With the evolution and expansion of trends from the last few years, Greg notes that in the legal sphere, changes in the law are harder to predict. “The world of work is driven more by cultural change than by legal change. We’re not seeing a lot of radical legal changes now or anticipated in the future. The society is changing, so we have to respond to that.” It’s important that employers are staying on the cutting edge of emerging and continuing societal and workplace trends, especially when considering incoming talent will come into the workforce with new and sometimes challenging expectations for employers to meet. 


For more TalentEgg Legal Briefs, be sure to subscribe to our monthly employer and career educator newsletter. 

Coaching – New Paradigm for Effective Leadership

Leadership is critical in today’s evolving business environment. Leadership affects the culture, people, and the organization’s overall ability to succeed. But the age-old question remains the same – what makes a good leader? We spoke with Susan Pahl, Founder & CEO Shift Coaching Inc., to get her perspective on leadership and the role coaching plays in leading a successful team.

Name: Susan Pahl

Occupation: Founder & CEO Shift Coaching Inc.

Susan Pahl is the CEO and Founder of Shift Coaching, a leadership development and corporate coaching company. Shift Coaching develops leaders, teams and organizations to adapt change and grow.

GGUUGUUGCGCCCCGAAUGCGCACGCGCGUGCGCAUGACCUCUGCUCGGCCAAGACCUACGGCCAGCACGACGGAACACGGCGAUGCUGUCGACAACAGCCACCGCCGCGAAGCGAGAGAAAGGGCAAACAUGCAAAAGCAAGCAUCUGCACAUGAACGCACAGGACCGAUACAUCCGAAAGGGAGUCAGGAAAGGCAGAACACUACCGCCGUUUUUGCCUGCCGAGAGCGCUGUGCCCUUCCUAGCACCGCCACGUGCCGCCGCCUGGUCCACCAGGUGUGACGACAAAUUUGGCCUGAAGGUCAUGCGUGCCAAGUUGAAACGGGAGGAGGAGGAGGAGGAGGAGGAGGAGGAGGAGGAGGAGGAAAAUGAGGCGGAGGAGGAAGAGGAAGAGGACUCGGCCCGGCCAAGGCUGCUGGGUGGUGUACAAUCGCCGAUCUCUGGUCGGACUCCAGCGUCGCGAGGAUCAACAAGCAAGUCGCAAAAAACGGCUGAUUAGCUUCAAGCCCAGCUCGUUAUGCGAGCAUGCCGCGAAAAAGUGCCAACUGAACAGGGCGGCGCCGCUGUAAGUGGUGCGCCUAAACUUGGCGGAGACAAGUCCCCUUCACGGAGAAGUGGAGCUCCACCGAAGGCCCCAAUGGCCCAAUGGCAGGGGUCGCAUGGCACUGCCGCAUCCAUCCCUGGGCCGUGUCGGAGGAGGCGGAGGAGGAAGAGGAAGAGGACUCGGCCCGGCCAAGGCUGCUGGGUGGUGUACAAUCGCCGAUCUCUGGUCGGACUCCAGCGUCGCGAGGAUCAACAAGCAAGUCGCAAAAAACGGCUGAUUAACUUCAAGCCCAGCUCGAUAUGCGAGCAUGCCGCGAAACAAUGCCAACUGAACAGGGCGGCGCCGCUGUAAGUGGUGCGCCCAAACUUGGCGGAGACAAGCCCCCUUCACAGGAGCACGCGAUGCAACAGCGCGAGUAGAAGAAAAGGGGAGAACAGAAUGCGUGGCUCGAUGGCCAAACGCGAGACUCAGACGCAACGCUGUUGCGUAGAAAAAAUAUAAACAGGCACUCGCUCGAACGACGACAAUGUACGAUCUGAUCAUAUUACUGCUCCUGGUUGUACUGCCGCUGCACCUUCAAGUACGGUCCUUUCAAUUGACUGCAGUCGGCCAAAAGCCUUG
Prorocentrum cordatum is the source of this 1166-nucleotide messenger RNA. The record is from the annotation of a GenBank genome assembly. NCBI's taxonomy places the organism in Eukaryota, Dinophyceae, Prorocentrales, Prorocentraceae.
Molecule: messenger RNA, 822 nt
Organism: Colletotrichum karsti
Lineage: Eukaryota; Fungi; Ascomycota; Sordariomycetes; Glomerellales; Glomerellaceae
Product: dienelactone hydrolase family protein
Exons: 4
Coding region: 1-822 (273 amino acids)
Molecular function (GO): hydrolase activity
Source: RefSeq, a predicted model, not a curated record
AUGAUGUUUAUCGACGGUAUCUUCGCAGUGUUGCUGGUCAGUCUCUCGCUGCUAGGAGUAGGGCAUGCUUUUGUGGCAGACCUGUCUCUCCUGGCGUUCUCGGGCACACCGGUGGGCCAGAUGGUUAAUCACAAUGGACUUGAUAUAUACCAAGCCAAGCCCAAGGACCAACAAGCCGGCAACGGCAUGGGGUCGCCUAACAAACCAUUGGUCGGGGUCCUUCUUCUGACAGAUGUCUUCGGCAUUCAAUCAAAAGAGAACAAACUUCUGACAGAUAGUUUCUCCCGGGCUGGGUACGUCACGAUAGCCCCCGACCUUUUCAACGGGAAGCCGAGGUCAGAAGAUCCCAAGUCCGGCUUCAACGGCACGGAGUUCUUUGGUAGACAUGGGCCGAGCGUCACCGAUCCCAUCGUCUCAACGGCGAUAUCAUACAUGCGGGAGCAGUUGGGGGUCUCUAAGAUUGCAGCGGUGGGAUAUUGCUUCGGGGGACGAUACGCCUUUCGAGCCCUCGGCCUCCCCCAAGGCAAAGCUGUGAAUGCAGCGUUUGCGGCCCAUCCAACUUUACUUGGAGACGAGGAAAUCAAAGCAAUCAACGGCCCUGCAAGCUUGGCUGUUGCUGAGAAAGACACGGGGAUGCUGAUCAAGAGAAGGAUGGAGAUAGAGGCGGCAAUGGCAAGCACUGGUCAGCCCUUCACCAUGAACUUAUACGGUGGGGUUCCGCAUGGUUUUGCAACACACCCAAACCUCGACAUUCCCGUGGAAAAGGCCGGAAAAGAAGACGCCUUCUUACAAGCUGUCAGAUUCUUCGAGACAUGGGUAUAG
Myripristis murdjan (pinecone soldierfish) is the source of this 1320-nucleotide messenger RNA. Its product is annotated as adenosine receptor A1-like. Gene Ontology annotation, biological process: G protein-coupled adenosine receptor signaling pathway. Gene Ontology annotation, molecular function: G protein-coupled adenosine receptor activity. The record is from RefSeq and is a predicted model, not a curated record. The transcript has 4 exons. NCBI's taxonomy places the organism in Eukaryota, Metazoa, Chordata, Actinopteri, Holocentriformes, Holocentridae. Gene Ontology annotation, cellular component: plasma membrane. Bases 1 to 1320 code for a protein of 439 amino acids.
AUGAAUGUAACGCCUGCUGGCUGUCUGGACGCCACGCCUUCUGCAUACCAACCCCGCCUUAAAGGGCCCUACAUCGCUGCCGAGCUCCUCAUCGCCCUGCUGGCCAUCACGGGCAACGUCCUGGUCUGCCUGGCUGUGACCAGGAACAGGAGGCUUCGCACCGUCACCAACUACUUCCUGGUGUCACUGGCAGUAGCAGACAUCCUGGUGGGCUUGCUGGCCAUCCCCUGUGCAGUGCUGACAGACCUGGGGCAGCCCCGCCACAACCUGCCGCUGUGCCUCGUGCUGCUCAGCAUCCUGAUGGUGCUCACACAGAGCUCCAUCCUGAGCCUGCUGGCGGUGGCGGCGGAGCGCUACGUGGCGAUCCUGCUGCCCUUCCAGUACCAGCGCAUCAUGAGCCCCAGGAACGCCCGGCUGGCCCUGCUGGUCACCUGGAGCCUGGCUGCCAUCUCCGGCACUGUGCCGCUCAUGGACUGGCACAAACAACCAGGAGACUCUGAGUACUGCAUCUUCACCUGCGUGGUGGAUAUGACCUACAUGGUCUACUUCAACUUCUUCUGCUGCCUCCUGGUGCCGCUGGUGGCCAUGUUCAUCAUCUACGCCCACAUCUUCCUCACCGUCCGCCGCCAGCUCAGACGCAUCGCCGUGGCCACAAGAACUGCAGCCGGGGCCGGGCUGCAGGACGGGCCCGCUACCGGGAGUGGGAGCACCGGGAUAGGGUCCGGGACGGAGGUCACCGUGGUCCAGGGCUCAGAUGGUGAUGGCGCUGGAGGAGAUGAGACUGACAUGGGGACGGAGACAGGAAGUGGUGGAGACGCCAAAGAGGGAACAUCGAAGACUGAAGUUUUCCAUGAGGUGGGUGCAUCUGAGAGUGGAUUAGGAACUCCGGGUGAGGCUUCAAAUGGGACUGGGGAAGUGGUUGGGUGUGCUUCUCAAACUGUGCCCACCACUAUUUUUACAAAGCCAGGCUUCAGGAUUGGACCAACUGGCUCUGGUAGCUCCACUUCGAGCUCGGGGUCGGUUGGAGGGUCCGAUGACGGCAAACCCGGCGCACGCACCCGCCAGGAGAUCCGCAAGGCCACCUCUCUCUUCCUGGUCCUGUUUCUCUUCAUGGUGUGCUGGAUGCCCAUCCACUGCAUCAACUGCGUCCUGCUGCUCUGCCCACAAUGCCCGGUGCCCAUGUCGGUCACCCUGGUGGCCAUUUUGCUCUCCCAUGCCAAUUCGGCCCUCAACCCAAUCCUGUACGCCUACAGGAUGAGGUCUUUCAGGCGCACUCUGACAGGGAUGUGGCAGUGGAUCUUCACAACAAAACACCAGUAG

“To me, leadership is not a position, a title or a set of traits. It is the ability to get others to want to work together and even struggle to achieve a shared goal. The ultimate form of leadership is to enable each member of the group to bring their best self and best efforts to bear on the goal at hand,” says Susan.

Analyzing the Trends

Susan engaged in extensive research to understand the new trends in leadership development and get ahead of the curve.  She was particularly struck by the data that showed the impact of coaching on productivity, culture and employee engagement in business across a variety of industries.

“According to a study by Bersin & Associates, now a part of Deloitte, leaders that coach are 130% more likely to realize stronger business results. In addition, organizations with a culture of coaching achieve 21% higher business results. These are astounding numbers. When your leaders use coaching as an integral tool of management, the business grows.”